Because I want to shout from the rooftops about how much and why I adore my agent, I tried to take a picture of the article with my cell phone camera, but the letters and edges came out pretty wobbly. I'll paste the article in below the image, or you can read it here.
Author: Partridge, Elizabeth
Date published: January 1, 2011
Many years ago, as an aspiring writer, I overheard a successful author give her definition of a good agent. "You don't want a friend," she said. "You want someone who's like a shark, swimming next to you. But you have to be careful not to get bitten yourself."
That made sense, in a writer's overblown-hyperbole kind of way. The author/ agent relationship was a business one. You needed someone tough and scary, with lots of teeth, who kept moving on your behalf. And you didn't want to be a bothersome client, or you might get a quick nip.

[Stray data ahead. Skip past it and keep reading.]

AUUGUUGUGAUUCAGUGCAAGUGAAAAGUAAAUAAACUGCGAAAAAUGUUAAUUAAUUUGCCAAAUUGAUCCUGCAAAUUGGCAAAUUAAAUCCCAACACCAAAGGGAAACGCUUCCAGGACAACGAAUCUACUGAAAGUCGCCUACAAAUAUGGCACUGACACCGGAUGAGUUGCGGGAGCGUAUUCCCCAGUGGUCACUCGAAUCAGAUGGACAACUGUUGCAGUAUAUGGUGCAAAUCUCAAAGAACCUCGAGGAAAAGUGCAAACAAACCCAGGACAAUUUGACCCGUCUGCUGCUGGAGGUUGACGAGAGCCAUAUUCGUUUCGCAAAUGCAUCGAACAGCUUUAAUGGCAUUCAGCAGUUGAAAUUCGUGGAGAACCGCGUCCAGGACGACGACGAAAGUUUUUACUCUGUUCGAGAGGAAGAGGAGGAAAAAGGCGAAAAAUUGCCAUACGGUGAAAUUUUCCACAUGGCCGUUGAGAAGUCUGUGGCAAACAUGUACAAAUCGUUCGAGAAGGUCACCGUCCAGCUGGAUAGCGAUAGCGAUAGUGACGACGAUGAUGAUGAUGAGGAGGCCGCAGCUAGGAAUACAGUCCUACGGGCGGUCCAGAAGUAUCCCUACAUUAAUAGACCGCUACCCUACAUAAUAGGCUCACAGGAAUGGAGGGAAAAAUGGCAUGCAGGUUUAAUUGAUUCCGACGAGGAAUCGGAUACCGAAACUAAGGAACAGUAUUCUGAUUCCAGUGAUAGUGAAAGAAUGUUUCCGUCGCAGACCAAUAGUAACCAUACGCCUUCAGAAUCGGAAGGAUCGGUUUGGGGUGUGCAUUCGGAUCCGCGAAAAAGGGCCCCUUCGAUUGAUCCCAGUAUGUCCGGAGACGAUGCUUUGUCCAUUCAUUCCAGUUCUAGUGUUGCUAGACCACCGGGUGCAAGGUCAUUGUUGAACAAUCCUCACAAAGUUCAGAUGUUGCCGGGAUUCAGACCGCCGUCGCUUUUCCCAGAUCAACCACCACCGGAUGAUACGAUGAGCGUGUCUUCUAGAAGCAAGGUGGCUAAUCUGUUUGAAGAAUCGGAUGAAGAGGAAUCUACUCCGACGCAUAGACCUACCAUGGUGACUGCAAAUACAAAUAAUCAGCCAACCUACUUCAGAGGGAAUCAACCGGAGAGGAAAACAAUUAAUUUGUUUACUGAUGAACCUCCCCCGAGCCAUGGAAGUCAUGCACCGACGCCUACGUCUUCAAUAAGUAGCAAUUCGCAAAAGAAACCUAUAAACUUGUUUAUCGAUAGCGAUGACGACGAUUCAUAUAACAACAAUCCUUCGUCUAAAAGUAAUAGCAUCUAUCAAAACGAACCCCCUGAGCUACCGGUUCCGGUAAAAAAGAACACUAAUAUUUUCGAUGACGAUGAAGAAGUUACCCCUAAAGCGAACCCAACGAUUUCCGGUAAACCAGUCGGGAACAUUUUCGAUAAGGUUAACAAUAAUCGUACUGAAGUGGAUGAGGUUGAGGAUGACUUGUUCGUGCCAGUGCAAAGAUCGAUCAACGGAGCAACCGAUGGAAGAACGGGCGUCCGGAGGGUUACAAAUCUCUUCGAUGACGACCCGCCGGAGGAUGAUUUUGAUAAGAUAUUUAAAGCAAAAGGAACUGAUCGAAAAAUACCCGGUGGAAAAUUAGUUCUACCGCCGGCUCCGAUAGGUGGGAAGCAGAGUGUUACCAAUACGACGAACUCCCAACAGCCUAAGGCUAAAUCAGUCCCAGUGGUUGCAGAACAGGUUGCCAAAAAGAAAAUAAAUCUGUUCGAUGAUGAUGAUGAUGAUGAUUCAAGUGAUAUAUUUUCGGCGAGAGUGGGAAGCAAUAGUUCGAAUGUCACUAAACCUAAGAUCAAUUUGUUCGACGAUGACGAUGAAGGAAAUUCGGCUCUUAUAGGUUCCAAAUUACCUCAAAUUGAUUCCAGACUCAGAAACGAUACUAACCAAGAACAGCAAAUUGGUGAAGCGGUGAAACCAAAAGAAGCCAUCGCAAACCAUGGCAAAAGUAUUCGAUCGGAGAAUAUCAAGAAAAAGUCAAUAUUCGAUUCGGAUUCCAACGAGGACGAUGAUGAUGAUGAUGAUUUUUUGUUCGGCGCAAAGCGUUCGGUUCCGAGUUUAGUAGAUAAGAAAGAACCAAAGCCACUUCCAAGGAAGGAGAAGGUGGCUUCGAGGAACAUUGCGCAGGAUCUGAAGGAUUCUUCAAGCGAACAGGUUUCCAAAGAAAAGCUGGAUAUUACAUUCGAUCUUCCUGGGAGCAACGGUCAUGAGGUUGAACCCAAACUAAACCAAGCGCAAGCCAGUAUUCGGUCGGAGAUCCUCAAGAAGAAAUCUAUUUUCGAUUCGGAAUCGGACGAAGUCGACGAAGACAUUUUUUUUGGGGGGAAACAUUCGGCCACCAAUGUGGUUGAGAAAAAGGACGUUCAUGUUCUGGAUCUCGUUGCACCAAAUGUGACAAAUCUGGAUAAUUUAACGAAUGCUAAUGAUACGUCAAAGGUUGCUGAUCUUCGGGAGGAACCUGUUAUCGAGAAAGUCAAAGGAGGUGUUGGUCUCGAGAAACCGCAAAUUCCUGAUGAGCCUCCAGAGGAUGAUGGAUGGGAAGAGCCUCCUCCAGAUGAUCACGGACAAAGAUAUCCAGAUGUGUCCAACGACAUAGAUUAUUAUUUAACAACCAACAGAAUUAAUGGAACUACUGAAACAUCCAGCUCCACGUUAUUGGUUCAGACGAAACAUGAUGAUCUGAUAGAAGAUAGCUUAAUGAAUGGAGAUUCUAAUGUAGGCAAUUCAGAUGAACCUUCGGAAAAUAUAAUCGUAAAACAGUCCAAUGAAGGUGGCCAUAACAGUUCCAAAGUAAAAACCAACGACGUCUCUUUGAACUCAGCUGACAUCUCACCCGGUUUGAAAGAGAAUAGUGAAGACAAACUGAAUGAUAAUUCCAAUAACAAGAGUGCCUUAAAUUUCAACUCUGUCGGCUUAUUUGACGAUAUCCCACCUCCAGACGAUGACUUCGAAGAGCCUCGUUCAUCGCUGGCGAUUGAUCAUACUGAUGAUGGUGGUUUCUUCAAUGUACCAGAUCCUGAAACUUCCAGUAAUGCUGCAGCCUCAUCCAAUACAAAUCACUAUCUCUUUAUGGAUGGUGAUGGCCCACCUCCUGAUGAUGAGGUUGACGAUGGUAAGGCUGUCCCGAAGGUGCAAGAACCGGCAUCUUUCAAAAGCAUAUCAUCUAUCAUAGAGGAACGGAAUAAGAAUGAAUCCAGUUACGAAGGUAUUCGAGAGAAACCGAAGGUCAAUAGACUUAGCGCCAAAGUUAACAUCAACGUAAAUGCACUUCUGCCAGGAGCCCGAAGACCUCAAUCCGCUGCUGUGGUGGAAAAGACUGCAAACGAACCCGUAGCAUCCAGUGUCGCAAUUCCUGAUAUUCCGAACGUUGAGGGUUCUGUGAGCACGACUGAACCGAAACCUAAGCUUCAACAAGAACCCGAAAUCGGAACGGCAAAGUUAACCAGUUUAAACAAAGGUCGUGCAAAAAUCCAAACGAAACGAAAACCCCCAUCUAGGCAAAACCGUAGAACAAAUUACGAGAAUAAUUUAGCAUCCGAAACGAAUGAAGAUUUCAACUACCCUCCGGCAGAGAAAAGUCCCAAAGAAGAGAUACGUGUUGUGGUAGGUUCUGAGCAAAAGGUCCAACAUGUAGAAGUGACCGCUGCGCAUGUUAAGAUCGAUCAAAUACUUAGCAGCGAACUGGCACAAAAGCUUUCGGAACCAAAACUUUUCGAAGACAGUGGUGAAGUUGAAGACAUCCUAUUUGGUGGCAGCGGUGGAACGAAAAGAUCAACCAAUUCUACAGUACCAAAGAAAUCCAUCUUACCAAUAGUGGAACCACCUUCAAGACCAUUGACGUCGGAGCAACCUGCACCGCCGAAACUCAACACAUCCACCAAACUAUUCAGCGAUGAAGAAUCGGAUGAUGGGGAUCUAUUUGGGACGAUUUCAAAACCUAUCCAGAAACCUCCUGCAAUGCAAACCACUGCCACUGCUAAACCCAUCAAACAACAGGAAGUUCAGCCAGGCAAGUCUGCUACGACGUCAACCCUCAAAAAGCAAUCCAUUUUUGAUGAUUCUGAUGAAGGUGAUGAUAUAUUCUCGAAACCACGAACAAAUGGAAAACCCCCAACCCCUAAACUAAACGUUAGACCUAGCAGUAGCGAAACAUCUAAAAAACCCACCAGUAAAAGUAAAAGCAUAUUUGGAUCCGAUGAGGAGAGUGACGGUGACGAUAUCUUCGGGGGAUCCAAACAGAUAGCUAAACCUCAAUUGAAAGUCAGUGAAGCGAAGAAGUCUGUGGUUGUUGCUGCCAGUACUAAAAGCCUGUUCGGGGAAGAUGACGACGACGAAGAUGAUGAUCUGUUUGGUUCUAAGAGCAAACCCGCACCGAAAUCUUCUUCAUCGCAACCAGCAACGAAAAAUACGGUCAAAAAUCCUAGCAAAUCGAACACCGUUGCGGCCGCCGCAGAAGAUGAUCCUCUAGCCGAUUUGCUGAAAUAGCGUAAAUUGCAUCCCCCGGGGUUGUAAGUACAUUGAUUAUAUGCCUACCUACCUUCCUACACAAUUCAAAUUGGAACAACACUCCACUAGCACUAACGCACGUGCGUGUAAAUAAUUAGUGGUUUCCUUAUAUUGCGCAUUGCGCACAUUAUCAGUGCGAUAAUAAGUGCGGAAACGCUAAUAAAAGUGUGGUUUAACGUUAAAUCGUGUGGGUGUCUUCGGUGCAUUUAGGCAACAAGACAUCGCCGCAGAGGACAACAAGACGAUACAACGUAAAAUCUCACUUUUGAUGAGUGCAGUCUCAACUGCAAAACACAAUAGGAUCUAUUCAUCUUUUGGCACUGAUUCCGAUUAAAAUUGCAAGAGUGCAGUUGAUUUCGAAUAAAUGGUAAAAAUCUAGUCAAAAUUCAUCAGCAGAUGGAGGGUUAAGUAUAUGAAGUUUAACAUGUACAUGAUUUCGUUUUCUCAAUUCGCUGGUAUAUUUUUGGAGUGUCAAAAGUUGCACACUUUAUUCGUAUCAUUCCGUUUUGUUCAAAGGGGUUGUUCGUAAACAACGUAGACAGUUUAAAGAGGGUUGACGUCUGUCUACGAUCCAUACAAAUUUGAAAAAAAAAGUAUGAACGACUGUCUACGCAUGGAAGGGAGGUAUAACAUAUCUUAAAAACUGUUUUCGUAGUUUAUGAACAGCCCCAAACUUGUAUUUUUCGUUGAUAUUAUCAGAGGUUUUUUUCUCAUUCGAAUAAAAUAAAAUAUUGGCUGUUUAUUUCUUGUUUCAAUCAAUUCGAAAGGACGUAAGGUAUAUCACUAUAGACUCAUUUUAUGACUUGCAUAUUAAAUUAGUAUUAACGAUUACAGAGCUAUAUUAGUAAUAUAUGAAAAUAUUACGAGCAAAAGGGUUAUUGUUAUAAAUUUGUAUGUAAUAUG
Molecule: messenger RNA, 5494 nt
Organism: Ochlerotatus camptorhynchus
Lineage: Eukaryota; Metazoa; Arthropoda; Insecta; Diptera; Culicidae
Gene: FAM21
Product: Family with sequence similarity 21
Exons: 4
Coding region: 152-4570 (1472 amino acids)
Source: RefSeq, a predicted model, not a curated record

When I began working with my agent, Ken Wright, I treated him like a shark with a mouthful of teeth. I was respectful, and very guarded. It took him a long time to wear down my defenses and prove that he would never bite me, or even bite anyone else on my behalf.
Turns out he doesn't subscribe to the bunny-eat-bunny model of children's publishing. He operates on the old-fashioned handshake, negotiating deals, linking people and projects. He loves to brainstorm about ideas until they suddenly come into focus as a potential manuscript. It's clear he enjoys the whole business - and he's good at it.
Ken makes me laugh and makes me think. If I'm bogged down or overwhelmed, he smells it in the wind and shoots off an e-mail. "Talk soon?" he writes. He's my touchstone and my taskmaster.
While I'm alone in my writing room with my research and my interviews and a big, rambling idea I'm trying to squeeze between the covers of a book, he's got my back.
Elizabeth Partridge's newest book is Dogtag Summer (Bloomsbury).